With all but a few results left to count, it is now almost certain that Britain will decide to leave the EU after a narrow margin of 52% to 48% deciding to Leave the EU and become independent today (bbc.com).
So with Britain waving goodbye to its EU neighbours, what does this all mean for Australians? What does it mean for the Australian property market?
The main concern surrounding Brexit is the unravelling of the EU and the consequences for world financial markets. Already hitting the news today is the 4% drop in the ASX All Ordinaries index and the UK Pound-USD expecting to drop 10%. (cnbc.com)
With the potential now for a Frexit (France Exit) or a Nexit (Netherlands Exit), Britain’s decision escalates the challenges already faced by the EU and could lead to a domino effect for the EU. This is not what the doctor ordered after the EU already battling the GFC, the Greek rescue, the Ukraine conflict and ongoing refugee crisis.
A slow down in EU economy could impact global markets and with China being the EU’s biggest source of imports it could have a knock-on effect for China’s economy. Australia would be next hit with China being Australia’s biggest trading partner and negatively impacting world commodity prices (read more about this “Is the Perth Property Market dead?” ).
On the other hand, Britain’s split from the EU could see a positive impact on Australia with a return to the golden era of trade cooperation with Commonwealth countries. Australia’s benefit directly with strong trade agreements with the UK in the 1960’s and 70’s called UKATA (UK-Australia Trade Agreement) right up until the 1973 when Britain ascended to the then called EEC. So potentially Australia could re-inact the UKATA and form a whole new trade agreement with Britain which might lead to better bilateral ties. According to forecasts, Britain’s economy is tipped to reach 2.2% growth this year which is 20% higher than EU28 growth forecasts.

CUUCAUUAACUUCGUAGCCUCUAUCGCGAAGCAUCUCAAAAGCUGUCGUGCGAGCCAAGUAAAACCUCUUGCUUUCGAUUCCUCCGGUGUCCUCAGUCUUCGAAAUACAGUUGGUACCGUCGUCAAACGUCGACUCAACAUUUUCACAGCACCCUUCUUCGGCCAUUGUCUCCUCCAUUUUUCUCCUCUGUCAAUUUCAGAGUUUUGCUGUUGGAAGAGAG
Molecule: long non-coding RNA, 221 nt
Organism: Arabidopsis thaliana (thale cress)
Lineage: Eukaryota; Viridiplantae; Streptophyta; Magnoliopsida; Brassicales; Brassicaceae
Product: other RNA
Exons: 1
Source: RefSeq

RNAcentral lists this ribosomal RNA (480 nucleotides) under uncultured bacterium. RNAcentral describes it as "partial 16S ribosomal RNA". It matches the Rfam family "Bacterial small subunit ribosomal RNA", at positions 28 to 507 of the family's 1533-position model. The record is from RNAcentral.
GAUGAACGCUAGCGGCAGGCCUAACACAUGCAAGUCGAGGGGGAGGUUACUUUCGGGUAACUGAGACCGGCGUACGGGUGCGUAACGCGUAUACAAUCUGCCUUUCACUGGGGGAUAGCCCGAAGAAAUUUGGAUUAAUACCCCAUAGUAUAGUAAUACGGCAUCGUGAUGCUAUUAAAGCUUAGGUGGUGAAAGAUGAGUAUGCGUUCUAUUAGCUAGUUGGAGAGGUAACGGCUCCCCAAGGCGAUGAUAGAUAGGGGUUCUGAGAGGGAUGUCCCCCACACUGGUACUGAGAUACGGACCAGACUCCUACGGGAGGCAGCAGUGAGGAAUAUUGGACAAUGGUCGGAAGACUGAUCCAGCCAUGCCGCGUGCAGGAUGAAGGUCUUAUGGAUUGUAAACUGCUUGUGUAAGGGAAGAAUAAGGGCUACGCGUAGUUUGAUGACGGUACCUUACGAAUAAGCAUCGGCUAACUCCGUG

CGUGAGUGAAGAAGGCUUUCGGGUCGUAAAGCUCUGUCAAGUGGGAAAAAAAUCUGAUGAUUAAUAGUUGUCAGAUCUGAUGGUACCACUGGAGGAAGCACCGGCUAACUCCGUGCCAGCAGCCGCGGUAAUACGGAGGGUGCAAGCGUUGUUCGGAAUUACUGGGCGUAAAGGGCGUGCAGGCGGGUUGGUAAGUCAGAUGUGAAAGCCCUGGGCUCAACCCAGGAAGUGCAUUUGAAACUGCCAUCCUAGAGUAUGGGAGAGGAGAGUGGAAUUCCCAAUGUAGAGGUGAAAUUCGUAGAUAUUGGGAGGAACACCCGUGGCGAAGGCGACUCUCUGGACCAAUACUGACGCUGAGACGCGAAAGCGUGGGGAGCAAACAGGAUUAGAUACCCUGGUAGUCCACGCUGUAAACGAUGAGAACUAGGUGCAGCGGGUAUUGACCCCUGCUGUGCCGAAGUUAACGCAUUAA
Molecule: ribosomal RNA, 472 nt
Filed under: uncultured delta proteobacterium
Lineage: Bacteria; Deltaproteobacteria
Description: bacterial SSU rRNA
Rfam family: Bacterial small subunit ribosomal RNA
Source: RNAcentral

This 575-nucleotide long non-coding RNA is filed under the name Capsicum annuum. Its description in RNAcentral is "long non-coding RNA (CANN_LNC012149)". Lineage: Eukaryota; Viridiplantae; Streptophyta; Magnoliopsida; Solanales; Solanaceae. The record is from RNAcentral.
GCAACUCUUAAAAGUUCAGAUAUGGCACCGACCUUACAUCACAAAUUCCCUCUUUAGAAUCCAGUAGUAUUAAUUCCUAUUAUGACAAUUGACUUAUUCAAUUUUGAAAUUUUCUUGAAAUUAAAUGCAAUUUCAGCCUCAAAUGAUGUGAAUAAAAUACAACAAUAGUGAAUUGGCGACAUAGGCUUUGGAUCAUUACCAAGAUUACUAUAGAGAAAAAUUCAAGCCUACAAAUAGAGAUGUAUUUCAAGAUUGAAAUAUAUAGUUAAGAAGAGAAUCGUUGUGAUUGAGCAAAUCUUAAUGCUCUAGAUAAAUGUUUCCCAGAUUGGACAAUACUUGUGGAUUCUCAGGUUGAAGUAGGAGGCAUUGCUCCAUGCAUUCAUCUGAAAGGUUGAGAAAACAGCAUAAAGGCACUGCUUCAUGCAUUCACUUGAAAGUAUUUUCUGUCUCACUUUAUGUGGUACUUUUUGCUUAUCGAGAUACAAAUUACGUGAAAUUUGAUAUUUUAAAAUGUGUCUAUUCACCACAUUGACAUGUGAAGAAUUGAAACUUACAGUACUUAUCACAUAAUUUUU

Nonetheless, the mechanics of Britain leaving the EU however is far from over. Article 50 is now enaged and this allows a member state to notify the EU of its withdrawl and obliges the EU to try to negotiate a ‘withdrawal agreement‘. This process is expected to take 2 years and the Leave Vote campaigners are admit the leave process should be quick and finish in the 2 year time frame.
Whatever happens from now, it shows that we live in historic and uncertain times. Global share markets right now are reacting to the uncertainty. Peter Leahy (smh.com.au) from the Canberra University’s National Security Institute summed up today’s result nicely saying…..
"This is the world as we've known it, but there is real chance now of economic and strategic uncertainty".
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Andrew Caetano is a property investor, blogger and engineer. Having bought and sold a few investment properties over the years, Andrew continues to debunk the myths about property investing to provide independent and factual insight into the property market. In his spare time he provides property talks, workshops and runs a property club membership. His passion includes trying to play golf, DIY projects and looking after his two daughters.
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